Rescue My Heart
Book 3 in the Animal Magnetism Series
She never wants a hero…
After a tragic stint in the National Guards, Adam Connelly returns to Idaho and to Belle Haven, the animal shelter he owns with his brothers. All Adam wants is to be alone. Then he opens the door to the past—the woman whose heart he once broke. Still gorgeous, still tough-as-nails, but this time, unusually vulnerable.
Holly learned the hard way to never depend on a man for anything. Now, of all men, Adam is the last one she wants to see, and the only one she needs. Her father has gone missing in the Bitterroot Mountains and she could use someone with tracking skills to help find him.
For Holly and Adam, each with their ghosts, a trek this desperate, this unpredictable, and this intimate, will have its share of risks—including opening their hearts one more time.
Books Connected To
Rescue My Heart
I wrote this series in sequence, and most readers go through them this way. But you can read the books in any order. Each story stands on its own. I hope you enjoy…
There was a fine line between being exhausted and being comatose, and Adam Connelly had just about found it. He’d been two nights without sleep, half that without food, and his shoulder hurt like hell where his shirt was sticking to his open wound.
It was hard to feel much past the heart-pounding adrenaline surge still making his limbs quiver, but the pain managed to creep through. The freezing burn of the sleet slapping him in the face didn’t help either as he opened his pack and shoved in his gear. Later, he’d have to take it all back out again and carefully repair, clean, and repack everything after the unexpected rescue, but for now he wasn’t particularly inclined toward much besides getting the hell out of there.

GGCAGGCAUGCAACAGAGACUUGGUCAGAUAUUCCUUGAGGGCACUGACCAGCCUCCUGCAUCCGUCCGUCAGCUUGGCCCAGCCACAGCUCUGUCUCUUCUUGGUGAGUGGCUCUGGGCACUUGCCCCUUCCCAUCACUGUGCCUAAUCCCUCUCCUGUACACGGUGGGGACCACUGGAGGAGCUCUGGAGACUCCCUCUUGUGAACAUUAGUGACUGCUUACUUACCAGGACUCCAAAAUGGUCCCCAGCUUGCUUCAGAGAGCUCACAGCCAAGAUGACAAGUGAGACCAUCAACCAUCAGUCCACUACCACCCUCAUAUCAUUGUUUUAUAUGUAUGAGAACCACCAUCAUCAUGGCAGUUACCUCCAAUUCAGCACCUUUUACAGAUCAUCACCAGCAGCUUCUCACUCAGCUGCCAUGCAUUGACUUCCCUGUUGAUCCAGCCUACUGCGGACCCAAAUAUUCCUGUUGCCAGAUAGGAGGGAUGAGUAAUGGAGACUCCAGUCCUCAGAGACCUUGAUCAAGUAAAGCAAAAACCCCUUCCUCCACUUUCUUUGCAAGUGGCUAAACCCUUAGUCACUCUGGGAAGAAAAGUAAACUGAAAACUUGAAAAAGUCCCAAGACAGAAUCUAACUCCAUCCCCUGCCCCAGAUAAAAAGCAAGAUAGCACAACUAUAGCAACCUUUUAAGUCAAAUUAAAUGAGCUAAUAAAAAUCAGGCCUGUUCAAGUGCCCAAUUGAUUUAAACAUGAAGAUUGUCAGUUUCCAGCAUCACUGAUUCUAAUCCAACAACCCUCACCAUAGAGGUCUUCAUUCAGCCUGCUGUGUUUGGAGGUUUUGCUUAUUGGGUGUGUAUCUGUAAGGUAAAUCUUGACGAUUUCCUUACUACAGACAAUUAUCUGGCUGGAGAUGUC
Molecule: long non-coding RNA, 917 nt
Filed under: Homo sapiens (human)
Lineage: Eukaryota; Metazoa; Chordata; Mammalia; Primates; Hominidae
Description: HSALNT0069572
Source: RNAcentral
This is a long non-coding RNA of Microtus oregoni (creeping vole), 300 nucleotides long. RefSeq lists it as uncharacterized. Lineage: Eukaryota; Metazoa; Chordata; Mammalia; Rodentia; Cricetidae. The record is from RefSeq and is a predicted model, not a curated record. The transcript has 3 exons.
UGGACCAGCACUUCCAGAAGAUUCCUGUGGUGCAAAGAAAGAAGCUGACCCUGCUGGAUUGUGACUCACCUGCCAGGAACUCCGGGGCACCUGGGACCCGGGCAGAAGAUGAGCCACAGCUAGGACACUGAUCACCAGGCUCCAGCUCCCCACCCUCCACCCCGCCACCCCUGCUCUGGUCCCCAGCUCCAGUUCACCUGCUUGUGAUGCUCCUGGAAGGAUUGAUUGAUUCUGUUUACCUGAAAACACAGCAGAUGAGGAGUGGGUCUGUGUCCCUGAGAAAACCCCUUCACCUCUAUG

Milo stood at his side, still in his search and rescue vest, attentive to their surroundings even though he had to be as done in as Adam. Knowing it, Adam forced a few deep breaths to try and slow his heart rate. “What do you think?” he asked, pretending he wasn’t fighting his still knocking knees to hold him up. “Food, sleep . . . or a woman?”
Milo nudged the pocket of the daypack where his food was kept.
Adam shook his head, finding some humor in the day, after all. “You always vote for food.”
The ten-month-old yellow lab seemed to smile at that. He was a search-and-rescue dog now, but not too long ago, he’d been nothing more than a scrappy, unwanted pup. In Milo’s world, food still trumped everything else.
Adam got that. After all, like tended to recognize like. Besides, sleep was overrated, and it wasn’t as if a woman had been on his calendar, anyway. Hell, a woman hadn’t been even a glimmer of a possibility in too long to contemplate.
His own fault. “Food it is, then,” he said, and realized in spite of still shaking and sweating, he was starving, too. That was a good sign, he decided. It meant that the PTSD had been kicked down to a lowly 3 on the scale, when two years ago it would’ve been at a 10.5, not to mention wholly consuming him.